Few people dispute that fences contributed to a sharp drop in crossings in cities like San Diego and El Paso, Texas, where people can easily blend in once they enter the country. However, holes are often cut into fences in isolated areas. Some 9,287 breaches were reported in pedestrian fencing from 2010 to 2015. Agents said crossers have built ramps to drive over fences in Arizona and have burrowed beneath them.

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14 February 2017: An abandoned sofa sits against the border fence on the US/Mexico border in Tecate, CaliforniaJim Watson/AFP
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14 February 2017: Border Patrol Agent Barona checks out the area after receiving a call of seismic activity on a trail near the US/Mexico border in Tecate, CaliforniaJim Watson/AFP
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14 February 2017: A donkey grazes on the Mexican side of the border, as seen from Tecate, CaliforniaJim Watson/AFP
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14 February 2017: A Guadalupe Virgin altar is pictured next to the crossing port at the US-Mexico border in Tecate, northwestern MexicoGuillermo Arias/AFP
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14 February 2017: A cross in honour of fallen border patrol agents stands near the border fence in Tecate, CaliforniaJim Watson/AFP
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14 February 2017: A section of the border fence in reflected in the side mirror of a vehicle in Tecate, CaliforniaJim Watson/AFP
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14 February 2017: A section of the border fence ends and stands open in Tecate, CaliforniaJim Watson/AFP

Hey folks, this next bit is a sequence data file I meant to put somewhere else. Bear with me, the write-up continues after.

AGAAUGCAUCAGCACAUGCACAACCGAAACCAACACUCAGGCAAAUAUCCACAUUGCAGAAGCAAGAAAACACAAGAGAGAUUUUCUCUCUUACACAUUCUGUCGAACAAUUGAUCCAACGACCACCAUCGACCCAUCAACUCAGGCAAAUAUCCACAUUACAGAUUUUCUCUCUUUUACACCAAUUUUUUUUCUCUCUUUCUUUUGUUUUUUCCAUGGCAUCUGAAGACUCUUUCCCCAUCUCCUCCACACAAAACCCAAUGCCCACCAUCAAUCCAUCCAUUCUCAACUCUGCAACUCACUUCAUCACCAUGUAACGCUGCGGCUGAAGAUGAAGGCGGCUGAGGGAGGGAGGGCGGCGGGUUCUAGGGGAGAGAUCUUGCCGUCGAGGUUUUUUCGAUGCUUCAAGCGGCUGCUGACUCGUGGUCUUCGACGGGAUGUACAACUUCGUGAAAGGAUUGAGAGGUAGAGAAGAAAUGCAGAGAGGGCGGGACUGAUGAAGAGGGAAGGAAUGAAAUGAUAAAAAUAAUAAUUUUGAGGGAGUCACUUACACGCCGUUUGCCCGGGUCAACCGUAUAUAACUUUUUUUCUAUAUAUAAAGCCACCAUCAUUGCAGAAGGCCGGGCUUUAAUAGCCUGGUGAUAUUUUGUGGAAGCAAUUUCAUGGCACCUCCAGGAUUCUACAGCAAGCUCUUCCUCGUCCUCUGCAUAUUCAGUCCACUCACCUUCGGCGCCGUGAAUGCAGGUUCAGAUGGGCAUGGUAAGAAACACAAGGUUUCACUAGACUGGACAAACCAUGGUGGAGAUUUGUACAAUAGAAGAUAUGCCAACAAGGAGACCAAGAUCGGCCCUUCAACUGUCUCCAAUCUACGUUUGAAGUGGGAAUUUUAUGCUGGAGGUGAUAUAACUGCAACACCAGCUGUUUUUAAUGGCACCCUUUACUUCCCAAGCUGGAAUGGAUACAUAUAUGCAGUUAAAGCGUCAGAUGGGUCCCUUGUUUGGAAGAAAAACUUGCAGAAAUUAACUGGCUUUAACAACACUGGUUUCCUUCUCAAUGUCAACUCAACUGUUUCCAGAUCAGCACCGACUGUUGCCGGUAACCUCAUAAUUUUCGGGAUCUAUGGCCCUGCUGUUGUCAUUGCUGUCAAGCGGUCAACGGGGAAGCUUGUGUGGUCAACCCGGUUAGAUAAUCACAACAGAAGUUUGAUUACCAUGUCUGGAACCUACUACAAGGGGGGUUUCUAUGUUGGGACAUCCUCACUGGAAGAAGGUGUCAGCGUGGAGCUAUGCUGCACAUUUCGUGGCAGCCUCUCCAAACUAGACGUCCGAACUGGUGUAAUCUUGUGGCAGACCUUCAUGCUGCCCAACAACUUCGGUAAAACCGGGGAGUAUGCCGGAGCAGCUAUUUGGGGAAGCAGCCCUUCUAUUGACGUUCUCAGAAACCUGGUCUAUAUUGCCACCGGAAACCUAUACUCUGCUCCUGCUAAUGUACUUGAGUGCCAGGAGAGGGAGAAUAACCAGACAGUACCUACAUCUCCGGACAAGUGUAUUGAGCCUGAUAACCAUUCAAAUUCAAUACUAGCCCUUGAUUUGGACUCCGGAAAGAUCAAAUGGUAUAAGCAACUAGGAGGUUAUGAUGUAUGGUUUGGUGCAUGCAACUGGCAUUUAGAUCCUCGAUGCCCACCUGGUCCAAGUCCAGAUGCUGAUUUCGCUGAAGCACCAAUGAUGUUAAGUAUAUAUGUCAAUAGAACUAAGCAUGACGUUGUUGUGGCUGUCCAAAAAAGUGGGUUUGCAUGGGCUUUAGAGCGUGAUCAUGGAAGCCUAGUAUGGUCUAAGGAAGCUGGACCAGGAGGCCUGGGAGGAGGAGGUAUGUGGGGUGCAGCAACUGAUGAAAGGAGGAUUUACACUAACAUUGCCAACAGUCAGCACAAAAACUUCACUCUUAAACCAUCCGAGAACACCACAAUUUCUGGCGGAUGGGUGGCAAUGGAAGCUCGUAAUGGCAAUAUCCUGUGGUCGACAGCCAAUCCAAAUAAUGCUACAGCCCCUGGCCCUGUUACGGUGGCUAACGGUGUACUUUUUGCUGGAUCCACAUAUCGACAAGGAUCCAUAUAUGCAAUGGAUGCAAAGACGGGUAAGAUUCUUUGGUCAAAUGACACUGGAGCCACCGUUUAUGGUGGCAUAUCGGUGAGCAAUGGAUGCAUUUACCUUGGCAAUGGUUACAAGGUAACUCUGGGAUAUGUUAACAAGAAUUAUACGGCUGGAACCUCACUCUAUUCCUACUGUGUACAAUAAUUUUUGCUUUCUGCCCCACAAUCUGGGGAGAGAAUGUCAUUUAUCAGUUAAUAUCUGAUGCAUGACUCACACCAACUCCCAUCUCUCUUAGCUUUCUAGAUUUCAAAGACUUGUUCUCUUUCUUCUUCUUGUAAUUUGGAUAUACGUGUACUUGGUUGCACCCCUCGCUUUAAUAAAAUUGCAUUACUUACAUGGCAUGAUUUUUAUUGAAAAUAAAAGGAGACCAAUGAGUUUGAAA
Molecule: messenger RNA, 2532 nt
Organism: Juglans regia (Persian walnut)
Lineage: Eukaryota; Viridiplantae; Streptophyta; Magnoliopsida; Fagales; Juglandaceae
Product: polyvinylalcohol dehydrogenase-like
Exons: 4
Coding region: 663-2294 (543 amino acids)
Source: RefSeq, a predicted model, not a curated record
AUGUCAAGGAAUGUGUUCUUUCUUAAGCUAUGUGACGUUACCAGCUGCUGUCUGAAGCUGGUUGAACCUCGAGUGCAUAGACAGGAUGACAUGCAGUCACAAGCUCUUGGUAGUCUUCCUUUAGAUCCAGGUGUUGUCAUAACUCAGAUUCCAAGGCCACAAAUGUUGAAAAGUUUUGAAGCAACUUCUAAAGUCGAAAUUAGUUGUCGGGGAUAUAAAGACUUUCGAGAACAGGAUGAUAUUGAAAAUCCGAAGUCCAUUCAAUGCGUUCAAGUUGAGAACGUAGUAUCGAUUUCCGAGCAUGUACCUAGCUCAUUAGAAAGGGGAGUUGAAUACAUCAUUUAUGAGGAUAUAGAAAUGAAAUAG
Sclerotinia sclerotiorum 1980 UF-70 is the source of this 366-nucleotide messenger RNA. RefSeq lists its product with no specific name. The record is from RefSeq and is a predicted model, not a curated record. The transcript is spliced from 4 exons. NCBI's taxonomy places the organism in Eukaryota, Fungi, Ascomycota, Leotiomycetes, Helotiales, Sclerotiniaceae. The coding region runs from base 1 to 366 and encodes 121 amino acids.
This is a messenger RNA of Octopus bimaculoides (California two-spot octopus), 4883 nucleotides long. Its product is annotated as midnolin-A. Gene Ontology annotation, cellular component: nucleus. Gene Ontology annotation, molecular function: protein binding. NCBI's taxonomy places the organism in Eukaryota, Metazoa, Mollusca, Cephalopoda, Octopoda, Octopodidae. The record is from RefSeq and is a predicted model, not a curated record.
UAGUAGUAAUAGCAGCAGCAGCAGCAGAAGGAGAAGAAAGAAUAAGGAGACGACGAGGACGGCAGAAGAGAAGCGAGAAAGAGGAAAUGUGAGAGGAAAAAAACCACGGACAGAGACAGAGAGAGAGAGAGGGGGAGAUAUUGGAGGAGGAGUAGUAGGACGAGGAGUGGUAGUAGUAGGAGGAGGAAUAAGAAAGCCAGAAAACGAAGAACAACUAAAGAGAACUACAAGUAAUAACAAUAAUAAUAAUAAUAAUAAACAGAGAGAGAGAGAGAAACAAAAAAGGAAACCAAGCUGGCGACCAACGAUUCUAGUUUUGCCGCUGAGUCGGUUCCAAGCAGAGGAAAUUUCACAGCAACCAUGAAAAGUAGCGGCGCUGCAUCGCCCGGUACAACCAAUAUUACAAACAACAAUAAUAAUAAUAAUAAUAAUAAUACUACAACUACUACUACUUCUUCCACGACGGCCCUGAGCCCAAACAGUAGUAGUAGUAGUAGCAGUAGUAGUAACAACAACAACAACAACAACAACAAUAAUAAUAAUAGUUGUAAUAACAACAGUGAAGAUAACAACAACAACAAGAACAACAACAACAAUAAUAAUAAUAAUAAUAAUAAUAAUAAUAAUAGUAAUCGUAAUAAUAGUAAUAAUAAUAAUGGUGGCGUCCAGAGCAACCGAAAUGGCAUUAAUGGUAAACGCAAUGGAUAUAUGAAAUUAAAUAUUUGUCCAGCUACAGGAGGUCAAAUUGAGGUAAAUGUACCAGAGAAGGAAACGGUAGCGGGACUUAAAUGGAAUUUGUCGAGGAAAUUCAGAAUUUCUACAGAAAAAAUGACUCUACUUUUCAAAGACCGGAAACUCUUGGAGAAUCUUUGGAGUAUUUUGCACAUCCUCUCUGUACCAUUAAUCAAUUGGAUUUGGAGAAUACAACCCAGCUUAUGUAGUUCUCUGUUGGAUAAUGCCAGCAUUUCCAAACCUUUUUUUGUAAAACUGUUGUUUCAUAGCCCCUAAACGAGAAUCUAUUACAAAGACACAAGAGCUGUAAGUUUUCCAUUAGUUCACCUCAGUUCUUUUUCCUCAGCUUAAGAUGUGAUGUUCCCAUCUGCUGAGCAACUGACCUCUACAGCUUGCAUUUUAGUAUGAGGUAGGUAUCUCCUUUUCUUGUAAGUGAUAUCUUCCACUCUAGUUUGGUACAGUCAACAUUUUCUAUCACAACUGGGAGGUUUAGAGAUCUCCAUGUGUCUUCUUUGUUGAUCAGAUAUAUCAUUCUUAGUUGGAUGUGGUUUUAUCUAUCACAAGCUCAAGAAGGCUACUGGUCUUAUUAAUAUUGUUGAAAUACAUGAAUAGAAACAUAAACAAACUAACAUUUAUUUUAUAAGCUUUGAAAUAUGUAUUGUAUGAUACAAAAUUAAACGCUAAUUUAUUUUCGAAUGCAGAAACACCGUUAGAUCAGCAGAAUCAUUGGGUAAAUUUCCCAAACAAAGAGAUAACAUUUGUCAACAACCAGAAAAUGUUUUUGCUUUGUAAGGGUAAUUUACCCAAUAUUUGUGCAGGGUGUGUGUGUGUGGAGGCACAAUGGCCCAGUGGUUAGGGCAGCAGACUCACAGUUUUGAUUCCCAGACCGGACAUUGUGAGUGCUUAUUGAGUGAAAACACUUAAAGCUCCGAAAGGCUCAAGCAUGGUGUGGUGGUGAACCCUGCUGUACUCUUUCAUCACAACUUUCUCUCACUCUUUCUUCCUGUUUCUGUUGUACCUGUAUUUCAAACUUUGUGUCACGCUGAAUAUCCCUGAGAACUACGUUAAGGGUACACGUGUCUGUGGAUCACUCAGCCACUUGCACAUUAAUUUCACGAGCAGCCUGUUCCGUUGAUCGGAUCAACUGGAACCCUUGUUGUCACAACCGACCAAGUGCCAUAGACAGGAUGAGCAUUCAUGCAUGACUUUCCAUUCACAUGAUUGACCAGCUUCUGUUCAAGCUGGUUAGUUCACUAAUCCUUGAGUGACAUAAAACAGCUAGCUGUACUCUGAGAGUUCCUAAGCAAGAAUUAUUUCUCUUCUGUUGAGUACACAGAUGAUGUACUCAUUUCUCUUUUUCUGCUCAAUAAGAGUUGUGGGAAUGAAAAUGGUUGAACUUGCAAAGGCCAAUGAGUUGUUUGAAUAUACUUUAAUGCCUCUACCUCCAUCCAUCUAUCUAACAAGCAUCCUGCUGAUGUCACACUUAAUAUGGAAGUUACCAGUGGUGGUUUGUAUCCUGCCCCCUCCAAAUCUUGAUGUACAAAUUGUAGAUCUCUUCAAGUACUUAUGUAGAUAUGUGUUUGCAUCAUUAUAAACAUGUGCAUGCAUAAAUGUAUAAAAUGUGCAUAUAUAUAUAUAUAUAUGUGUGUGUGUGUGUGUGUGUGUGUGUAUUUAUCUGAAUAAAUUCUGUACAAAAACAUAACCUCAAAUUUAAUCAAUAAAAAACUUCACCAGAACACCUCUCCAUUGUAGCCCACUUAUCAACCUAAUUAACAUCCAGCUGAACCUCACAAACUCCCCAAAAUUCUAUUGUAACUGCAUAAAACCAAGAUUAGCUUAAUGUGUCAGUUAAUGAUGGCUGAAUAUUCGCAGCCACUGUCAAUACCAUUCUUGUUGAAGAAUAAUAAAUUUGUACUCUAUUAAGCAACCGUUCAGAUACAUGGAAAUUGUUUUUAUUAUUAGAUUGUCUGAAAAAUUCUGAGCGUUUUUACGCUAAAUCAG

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14 February 2017: A promotional banner of a local farm uses image of President Donald Trump and the wall to promote their products, on the outskirts of Tecate in northwestern MexicoGuillermo Arias/AFP
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14 February 2017: Jose Lopez, a driver from Honduras, shows his passport at La Rumorosa in northwestern Mexico, near the US/Mexico borderGuillermo Arias/AFP
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14 February 2017: Street vendors use the border fence as shelves to display their items, in Mexicali, northwestern MexicoGuillermo Arias/AFP
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14 February 2017: A stuffed animal rests next to a brick inscribed with the words 'John Doe' in an unmarked dirt lot at the end of Terrace Park Cemetery in Holtville, California, where the remains of hundreds of unidentified migrants are buriedJim Watson/AFP
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14 February 2017: A woman works at a roadside shop along the Mexican side of the border fence, as seen from in Calexico, CaliforniaJim Watson/AFP